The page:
Agnes Baltsa is apparently a great singer, though I wouldn’t know since this is the first opera I’ve ever audited, but what I do know, without a doubt, is that she’s too old for the role of Carmen. To be sure, all four of the leads in the 1987 Met version of Carmen are vastly too old for their roles. All the makeup in the world doesn’t hide it, and I become fairly uncomfortable watching them prance around performing the roles of teenagers, really sexy teenagers, and I keep thinking of Hamlet telling his mother “you cannot call it love; for at your age / The hey-day in the blood is tame, it’s humble, / And waits upon the judgment.” And I cry, and I cry, and I cry, and I cry.
A note by the Royal Opera House mentioned that contemporary reviews found the music replete with dissonance, which is difficult to imagine in an age when Carmen feels like a three-hour salad dressing commercial (by the way: salad comes from the Latin for ‘salt’–which means that a plate of vegetables is nothing but a plate of vegetables until you dress it, fool). A note by the San Francisco Opera described Carmen’s death as being the ultimate act of love for herself and Don José. I don’t see any evidence for this, partially because Carmen reads her fate in the cards and only afterwards seems bent on seeking its reality. But most of all, I think she’s just a fickle whore for whom such an ending, if truly an act of love, is too good.
Anyway, seeing as I don’t know anything about opera and thus shouldn’t make comments, I’ll briefly mention the things I find interesting about the character of Micaela:
“To illustrate: opera, as a matter of convention, demands solo voices…a soprano, contralto, tenor and bass in primary roles; there are vocal combinations of these four timbres, a chorus, orchestral interludes and accompaniments. The heroine, Carmen, conceived by the composer as a contralto, needed the light, lyric quality of a soprano voice as a foil. Mérimée’s gypsy had no female rival, so that Bizet felt obliged to invent one: Micaela” (Nowinski).
“The most frequently criticized artistic concession, on the part of Bizet, is his creation of Micaela. She springs to life, fully grown like Athena, based on a single mention in Mérimée. Purists invariably conclude that she represents a violation of the author’s original story. Don José’s reminiscence of a Basque maiden is simply personified–a legitimate, conventional tool, used by dramatists. Seen in this light, and as a vocal foil for Carmen’s contralto voice, Micaela assumes genuine validity.”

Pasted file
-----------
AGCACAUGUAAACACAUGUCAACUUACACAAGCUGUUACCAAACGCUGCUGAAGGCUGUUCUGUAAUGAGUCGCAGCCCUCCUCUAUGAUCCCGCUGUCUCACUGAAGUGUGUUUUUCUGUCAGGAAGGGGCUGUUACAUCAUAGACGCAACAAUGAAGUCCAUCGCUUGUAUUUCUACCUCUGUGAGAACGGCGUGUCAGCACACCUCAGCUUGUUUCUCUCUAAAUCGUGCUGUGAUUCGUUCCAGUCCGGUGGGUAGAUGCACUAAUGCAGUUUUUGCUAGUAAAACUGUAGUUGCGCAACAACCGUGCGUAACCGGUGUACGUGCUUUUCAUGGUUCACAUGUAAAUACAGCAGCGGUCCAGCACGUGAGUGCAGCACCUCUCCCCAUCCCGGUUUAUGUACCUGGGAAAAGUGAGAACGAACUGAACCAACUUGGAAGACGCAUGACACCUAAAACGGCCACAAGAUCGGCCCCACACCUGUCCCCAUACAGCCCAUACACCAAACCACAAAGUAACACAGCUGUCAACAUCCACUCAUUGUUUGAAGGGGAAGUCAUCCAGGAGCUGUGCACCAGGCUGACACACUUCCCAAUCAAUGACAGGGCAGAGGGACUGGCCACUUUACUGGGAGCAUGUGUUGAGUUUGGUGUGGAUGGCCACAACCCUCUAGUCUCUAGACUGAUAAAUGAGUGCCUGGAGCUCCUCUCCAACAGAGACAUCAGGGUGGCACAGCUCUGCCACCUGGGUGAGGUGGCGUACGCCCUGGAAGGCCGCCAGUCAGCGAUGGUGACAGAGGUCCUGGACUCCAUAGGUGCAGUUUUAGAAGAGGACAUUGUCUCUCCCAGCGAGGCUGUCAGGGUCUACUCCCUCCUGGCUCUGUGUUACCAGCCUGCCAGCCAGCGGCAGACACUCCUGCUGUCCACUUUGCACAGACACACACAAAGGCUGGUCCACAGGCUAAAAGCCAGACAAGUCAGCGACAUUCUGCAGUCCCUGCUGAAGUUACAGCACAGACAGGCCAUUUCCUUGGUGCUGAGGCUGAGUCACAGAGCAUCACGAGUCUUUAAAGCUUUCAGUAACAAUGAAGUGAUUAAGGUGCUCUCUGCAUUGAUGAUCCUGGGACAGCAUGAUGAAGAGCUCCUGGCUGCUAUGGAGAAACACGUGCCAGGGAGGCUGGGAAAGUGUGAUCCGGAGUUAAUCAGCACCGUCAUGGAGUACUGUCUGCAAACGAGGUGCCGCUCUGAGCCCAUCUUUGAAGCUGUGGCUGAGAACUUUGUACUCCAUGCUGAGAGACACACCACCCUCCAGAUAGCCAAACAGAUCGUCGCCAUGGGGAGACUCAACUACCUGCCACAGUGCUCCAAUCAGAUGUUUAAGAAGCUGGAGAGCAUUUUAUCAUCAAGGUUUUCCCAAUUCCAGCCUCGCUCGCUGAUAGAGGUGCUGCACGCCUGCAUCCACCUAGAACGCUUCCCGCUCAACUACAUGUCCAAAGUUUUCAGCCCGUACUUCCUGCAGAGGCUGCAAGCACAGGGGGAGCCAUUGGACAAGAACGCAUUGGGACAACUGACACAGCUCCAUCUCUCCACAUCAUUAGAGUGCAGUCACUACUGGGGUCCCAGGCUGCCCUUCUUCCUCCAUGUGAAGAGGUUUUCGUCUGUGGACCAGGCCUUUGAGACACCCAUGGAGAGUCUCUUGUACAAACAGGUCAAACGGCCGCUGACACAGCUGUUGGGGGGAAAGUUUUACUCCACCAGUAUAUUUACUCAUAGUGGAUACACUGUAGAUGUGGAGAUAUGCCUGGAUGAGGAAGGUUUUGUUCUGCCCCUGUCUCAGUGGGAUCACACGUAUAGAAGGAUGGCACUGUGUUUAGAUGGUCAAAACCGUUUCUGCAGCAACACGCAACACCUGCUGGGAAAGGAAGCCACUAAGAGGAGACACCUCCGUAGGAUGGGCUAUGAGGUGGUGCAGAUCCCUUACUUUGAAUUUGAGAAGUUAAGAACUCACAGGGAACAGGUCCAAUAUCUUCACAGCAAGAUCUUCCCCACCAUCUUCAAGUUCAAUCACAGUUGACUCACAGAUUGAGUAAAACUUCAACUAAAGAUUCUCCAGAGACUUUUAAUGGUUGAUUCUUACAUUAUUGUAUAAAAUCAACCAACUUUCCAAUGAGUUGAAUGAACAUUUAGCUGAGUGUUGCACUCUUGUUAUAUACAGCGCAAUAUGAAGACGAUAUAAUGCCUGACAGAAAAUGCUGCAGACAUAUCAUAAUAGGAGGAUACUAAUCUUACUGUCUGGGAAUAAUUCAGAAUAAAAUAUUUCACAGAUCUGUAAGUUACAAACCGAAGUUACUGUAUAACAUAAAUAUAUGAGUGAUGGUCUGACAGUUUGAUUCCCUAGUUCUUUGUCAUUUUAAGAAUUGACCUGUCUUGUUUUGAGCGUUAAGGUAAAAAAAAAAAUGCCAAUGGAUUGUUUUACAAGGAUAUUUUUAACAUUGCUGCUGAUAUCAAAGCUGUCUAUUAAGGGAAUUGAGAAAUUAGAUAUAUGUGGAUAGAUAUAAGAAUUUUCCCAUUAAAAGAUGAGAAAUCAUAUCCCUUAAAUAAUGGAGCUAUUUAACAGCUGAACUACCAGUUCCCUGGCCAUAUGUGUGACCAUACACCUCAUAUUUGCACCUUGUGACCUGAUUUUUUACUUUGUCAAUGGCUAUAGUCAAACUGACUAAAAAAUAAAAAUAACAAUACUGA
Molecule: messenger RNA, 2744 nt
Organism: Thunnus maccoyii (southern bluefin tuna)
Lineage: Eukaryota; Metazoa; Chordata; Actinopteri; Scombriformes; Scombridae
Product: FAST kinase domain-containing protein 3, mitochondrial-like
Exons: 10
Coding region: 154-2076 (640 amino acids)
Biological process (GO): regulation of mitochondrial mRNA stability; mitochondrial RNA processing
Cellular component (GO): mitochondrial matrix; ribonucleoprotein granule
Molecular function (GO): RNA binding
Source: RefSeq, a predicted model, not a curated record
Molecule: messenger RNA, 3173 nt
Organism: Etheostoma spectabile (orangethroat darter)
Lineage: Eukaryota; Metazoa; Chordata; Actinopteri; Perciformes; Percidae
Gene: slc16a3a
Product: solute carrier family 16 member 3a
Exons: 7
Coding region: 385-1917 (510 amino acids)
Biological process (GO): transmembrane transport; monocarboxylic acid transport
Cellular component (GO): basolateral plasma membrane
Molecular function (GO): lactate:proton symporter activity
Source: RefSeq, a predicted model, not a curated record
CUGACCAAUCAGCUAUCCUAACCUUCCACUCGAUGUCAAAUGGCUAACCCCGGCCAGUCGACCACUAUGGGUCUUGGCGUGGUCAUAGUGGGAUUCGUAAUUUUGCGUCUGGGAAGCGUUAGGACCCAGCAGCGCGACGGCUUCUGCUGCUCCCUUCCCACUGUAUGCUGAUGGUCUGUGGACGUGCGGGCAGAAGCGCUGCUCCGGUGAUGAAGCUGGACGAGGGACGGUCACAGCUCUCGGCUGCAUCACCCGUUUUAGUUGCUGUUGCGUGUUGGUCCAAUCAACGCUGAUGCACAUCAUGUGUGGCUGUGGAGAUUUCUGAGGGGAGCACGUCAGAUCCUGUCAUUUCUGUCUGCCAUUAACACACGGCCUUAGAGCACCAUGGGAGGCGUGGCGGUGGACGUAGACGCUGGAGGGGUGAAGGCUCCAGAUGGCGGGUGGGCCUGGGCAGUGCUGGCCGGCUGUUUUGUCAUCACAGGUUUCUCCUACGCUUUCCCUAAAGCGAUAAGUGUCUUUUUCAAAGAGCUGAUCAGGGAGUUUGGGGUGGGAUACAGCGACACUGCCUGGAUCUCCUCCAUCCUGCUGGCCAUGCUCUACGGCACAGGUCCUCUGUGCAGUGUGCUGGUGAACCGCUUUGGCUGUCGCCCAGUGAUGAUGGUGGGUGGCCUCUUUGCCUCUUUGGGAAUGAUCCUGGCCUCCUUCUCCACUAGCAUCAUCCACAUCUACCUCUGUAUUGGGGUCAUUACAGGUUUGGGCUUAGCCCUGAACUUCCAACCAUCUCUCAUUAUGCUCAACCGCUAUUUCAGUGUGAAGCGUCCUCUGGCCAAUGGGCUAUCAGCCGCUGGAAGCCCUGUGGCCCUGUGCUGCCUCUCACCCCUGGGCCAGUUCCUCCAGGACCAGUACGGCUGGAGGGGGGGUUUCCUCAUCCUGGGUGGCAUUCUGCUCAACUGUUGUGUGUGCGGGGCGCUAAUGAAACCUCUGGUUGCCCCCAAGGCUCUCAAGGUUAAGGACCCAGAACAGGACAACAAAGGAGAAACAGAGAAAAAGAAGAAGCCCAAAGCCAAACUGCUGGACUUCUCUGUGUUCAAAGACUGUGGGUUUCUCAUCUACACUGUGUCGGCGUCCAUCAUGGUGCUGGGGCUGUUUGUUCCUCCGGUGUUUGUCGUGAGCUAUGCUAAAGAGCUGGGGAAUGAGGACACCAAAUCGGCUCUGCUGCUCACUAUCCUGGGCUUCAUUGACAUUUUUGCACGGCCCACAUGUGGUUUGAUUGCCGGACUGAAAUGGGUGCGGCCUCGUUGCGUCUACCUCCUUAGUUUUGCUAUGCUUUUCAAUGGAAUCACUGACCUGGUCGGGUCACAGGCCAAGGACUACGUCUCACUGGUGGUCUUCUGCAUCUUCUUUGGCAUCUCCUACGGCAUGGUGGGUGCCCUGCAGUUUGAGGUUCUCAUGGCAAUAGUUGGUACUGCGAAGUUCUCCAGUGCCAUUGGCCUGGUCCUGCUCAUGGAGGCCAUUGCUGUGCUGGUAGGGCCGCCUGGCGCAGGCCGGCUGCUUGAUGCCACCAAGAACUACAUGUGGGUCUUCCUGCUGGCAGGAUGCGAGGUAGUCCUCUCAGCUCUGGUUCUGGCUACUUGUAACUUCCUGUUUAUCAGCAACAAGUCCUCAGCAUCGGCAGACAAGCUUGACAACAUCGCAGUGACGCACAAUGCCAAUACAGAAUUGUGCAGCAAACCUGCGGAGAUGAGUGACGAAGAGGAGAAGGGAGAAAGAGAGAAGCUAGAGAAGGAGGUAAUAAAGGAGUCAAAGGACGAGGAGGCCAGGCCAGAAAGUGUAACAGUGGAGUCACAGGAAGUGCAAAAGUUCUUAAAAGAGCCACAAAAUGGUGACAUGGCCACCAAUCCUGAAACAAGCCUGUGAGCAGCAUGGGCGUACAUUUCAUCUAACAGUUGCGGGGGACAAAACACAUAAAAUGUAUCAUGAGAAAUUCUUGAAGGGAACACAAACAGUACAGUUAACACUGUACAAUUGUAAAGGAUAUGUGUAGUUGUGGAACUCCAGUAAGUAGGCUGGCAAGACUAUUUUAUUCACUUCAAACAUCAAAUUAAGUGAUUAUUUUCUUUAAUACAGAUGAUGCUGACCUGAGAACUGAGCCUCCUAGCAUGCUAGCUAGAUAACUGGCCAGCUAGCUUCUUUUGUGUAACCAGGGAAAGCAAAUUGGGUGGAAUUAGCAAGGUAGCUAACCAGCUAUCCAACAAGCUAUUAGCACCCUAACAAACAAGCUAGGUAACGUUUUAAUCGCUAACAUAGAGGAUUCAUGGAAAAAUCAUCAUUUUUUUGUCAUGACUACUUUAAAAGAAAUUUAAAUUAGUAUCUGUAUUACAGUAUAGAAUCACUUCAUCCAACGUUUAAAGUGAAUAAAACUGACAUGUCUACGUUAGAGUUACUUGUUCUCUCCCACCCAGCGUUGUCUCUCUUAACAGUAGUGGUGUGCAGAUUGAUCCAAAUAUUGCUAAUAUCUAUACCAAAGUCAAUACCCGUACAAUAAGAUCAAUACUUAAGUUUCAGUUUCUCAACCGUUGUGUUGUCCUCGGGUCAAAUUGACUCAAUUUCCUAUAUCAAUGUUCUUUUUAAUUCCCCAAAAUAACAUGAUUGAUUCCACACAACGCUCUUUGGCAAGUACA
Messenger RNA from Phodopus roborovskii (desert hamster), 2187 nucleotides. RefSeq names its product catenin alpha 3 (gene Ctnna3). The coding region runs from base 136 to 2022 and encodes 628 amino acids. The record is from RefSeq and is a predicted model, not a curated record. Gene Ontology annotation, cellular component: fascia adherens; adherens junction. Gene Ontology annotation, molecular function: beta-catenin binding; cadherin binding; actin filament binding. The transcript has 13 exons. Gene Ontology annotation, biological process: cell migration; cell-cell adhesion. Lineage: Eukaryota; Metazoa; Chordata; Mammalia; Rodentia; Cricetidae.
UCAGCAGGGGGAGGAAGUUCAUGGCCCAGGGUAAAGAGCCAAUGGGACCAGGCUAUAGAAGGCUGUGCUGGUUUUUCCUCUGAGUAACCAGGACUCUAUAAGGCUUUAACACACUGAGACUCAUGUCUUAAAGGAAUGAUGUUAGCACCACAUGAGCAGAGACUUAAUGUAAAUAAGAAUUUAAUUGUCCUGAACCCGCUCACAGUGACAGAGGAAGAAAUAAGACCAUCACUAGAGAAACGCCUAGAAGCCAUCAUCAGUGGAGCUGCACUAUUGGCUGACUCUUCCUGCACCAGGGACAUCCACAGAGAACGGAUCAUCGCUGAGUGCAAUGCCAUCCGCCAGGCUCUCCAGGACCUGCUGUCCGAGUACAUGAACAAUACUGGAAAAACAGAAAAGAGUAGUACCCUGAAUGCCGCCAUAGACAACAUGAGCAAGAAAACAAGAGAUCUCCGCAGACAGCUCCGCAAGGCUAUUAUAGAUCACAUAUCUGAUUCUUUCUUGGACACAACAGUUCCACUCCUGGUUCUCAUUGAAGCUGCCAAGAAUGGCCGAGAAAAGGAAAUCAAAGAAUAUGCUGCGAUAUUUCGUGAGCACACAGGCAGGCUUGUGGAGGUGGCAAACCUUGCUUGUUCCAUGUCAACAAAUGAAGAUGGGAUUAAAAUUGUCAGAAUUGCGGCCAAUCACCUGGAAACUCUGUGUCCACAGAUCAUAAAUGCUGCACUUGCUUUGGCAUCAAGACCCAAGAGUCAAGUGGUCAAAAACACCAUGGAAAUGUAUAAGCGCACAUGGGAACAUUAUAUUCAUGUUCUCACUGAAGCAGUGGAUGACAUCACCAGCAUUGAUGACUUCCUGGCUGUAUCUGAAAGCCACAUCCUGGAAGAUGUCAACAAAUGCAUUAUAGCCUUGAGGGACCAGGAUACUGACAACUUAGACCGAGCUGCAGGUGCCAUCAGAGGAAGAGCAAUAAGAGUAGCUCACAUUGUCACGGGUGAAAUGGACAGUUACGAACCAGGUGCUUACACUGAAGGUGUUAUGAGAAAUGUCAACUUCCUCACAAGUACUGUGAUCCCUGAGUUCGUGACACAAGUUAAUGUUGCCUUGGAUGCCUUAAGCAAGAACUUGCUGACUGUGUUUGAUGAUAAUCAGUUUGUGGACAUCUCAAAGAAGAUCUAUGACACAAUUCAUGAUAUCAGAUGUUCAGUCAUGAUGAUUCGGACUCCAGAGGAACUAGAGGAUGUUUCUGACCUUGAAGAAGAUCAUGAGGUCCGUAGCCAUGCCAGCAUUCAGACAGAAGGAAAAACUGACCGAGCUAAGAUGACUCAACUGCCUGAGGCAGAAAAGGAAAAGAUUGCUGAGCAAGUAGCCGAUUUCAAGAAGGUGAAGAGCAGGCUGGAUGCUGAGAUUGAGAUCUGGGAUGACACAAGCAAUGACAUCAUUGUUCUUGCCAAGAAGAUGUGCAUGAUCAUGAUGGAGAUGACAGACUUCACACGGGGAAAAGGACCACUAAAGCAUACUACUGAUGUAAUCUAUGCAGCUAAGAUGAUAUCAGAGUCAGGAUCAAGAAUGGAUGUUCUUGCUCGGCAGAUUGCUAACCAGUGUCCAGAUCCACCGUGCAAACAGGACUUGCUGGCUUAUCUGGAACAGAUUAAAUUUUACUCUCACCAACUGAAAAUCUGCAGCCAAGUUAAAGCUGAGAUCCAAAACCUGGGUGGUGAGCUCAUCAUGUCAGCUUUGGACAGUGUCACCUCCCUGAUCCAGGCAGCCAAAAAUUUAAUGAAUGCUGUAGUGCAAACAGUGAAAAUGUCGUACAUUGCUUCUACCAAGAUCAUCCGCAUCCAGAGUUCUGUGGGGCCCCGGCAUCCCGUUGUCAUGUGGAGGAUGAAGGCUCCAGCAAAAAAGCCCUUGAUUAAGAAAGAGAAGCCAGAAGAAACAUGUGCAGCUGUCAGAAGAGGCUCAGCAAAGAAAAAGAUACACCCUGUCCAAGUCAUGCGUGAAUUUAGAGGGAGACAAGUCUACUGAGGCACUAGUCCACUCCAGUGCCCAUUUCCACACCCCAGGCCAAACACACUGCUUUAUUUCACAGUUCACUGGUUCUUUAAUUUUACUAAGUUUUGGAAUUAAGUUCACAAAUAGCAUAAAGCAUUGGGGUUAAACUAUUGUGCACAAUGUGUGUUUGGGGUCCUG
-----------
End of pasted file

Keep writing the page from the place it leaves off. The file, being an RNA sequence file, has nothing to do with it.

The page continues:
I need a soprano, so how about an imaginary soprano who always knows where to find Don José, with whom other characters don’t particularly interact (except the soldiers at the outset, the situation that, according to San Francisco Opera, illustrates her pluck and tenacity), who acts as a convenient reminder of an absent mother, and disappears when the protagonist forgets to shave. Micaela. These are loose ends, that we don’t know what becomes of her, or the mother, and unfortunately I just don’t care.
And that’s the problem so far. When I see this I feel like I’m watching ART. Levine waves at the audience before each act, and after each act the players come out and bow and hold hands and we’re constantly reminded, as if their wrinkles didn’t do it for us, that this isn’t real. It’s ART. They each spent a minimum of five years learning how to breathe properly, and the emotions they draw from us aren’t nearly so important as the emotions we imagine should be drawn from us. It’s heavy-handed.
“Complex problems confront us when we seek to define ‘meaning.’ . . .Cone maintains that when the [composer] sets a poem to music, he actually chooses ‘one among all its forms,’ that ‘he delimits one sub-set within the complete set of all possible forms.’ This unique concept, Cone suggests, ‘might be termed a latent form of the poem; and . . . the composer’s task is to make the latent form patent by presenting it through the more specific, inflexible, and immediate medium of music.’ In summary, he asserts: ‘Ultimately there can be only one justification for the serious composition of a song; it must be an attempt to increase our understanding of the poem.’“
This reminds me of the second line in Fitzgerald’s This Side of Paradise: “His father, an ineffectual, inarticulate man with a taste for Byron,” a line that effects in me considerable discomfort. Art must be created for somebody, mustn’t it? I mean, somebody who gleans something more than cocktail-talk from it. And to sit here and watch an orchestra of secretaries, and a stage of secretaries (witness: Micaela’s two minutes of sighs and breast-clutching as she awaits the audience to shut the hell up), and to be told that This is ART, this is brilliance…I simply cannot believe it. Anything gained or understood from this must be purely from our own expectations of its gravity and depth, not from what’s actually there. What should be a combination of all these forms at their greatest heights rather feels like mediocrity, mediocrity, mediocrity, and I feel nothing, though I swear I try.
Anyway, I suppose what I’m getting at is that I enjoy What a Girl Wants so much because even if I don’t believe it, I can at least pretend to believe it because Amanda Bynes’ prettiness merits it. I pretend because I want it to be real because she’s pretty. So, in short, if opera is to gain my adoration, either the players must become younger, or the stories all have to be about old people and whatever their concerns happen to be, I dunno, groceries or Medicare.
Obviously, I saw the 1987 version from the Met. I read “Sense and Sound in Georges Bizet’s Carmen”, by Judith Nowinski. The French Review © 1970. And the lectures I heard from the Royal Opera House and the San Francisco Opera, I honestly don’t have any details on them.